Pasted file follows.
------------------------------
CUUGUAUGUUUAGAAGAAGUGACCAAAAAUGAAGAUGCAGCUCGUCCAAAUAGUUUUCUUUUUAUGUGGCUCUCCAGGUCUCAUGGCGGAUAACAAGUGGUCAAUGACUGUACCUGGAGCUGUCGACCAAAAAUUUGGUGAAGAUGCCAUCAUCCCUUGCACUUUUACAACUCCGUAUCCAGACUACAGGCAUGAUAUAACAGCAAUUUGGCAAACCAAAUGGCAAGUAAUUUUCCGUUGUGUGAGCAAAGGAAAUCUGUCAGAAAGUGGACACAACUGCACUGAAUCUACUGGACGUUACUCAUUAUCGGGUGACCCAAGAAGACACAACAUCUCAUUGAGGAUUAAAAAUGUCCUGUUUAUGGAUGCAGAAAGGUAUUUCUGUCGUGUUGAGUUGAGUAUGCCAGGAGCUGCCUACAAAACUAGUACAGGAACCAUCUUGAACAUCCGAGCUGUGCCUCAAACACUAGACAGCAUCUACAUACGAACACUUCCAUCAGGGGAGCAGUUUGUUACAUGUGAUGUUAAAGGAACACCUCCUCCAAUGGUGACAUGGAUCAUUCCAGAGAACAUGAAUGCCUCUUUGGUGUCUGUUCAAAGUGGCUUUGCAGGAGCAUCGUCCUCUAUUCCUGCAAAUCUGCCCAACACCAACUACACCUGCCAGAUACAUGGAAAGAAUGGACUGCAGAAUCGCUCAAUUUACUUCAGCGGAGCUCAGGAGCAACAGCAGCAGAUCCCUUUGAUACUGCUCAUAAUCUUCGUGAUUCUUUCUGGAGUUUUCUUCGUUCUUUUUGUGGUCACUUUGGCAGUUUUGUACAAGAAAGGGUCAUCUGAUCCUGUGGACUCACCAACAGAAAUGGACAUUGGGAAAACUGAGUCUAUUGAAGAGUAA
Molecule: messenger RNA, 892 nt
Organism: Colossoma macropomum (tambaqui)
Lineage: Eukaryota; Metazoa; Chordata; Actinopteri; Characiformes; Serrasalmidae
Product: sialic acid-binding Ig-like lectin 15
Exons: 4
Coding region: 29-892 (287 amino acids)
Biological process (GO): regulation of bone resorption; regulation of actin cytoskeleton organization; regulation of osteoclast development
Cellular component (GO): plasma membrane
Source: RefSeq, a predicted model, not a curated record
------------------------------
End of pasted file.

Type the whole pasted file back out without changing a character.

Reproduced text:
CUUGUAUGUUUAGAAGAAGUGACCAAAAAUGAAGAUGCAGCUCGUCCAAAUAGUUUUCUUUUUAUGUGGCUCUCCAGGUCUCAUGGCGGAUAACAAGUGGUCAAUGACUGUACCUGGAGCUGUCGACCAAAAAUUUGGUGAAGAUGCCAUCAUCCCUUGCACUUUUACAACUCCGUAUCCAGACUACAGGCAUGAUAUAACAGCAAUUUGGCAAACCAAAUGGCAAGUAAUUUUCCGUUGUGUGAGCAAAGGAAAUCUGUCAGAAAGUGGACACAACUGCACUGAAUCUACUGGACGUUACUCAUUAUCGGGUGACCCAAGAAGACACAACAUCUCAUUGAGGAUUAAAAAUGUCCUGUUUAUGGAUGCAGAAAGGUAUUUCUGUCGUGUUGAGUUGAGUAUGCCAGGAGCUGCCUACAAAACUAGUACAGGAACCAUCUUGAACAUCCGAGCUGUGCCUCAAACACUAGACAGCAUCUACAUACGAACACUUCCAUCAGGGGAGCAGUUUGUUACAUGUGAUGUUAAAGGAACACCUCCUCCAAUGGUGACAUGGAUCAUUCCAGAGAACAUGAAUGCCUCUUUGGUGUCUGUUCAAAGUGGCUUUGCAGGAGCAUCGUCCUCUAUUCCUGCAAAUCUGCCCAACACCAACUACACCUGCCAGAUACAUGGAAAGAAUGGACUGCAGAAUCGCUCAAUUUACUUCAGCGGAGCUCAGGAGCAACAGCAGCAGAUCCCUUUGAUACUGCUCAUAAUCUUCGUGAUUCUUUCUGGAGUUUUCUUCGUUCUUUUUGUGGUCACUUUGGCAGUUUUGUACAAGAAAGGGUCAUCUGAUCCUGUGGACUCACCAACAGAAAUGGACAUUGGGAAAACUGAGUCUAUUGAAGAGUAA
Molecule: messenger RNA, 892 nt
Organism: Colossoma macropomum (tambaqui)
Lineage: Eukaryota; Metazoa; Chordata; Actinopteri; Characiformes; Serrasalmidae
Product: sialic acid-binding Ig-like lectin 15
Exons: 4
Coding region: 29-892 (287 amino acids)
Biological process (GO): regulation of bone resorption; regulation of actin cytoskeleton organization; regulation of osteoclast development
Cellular component (GO): plasma membrane
Source: RefSeq, a predicted model, not a curated record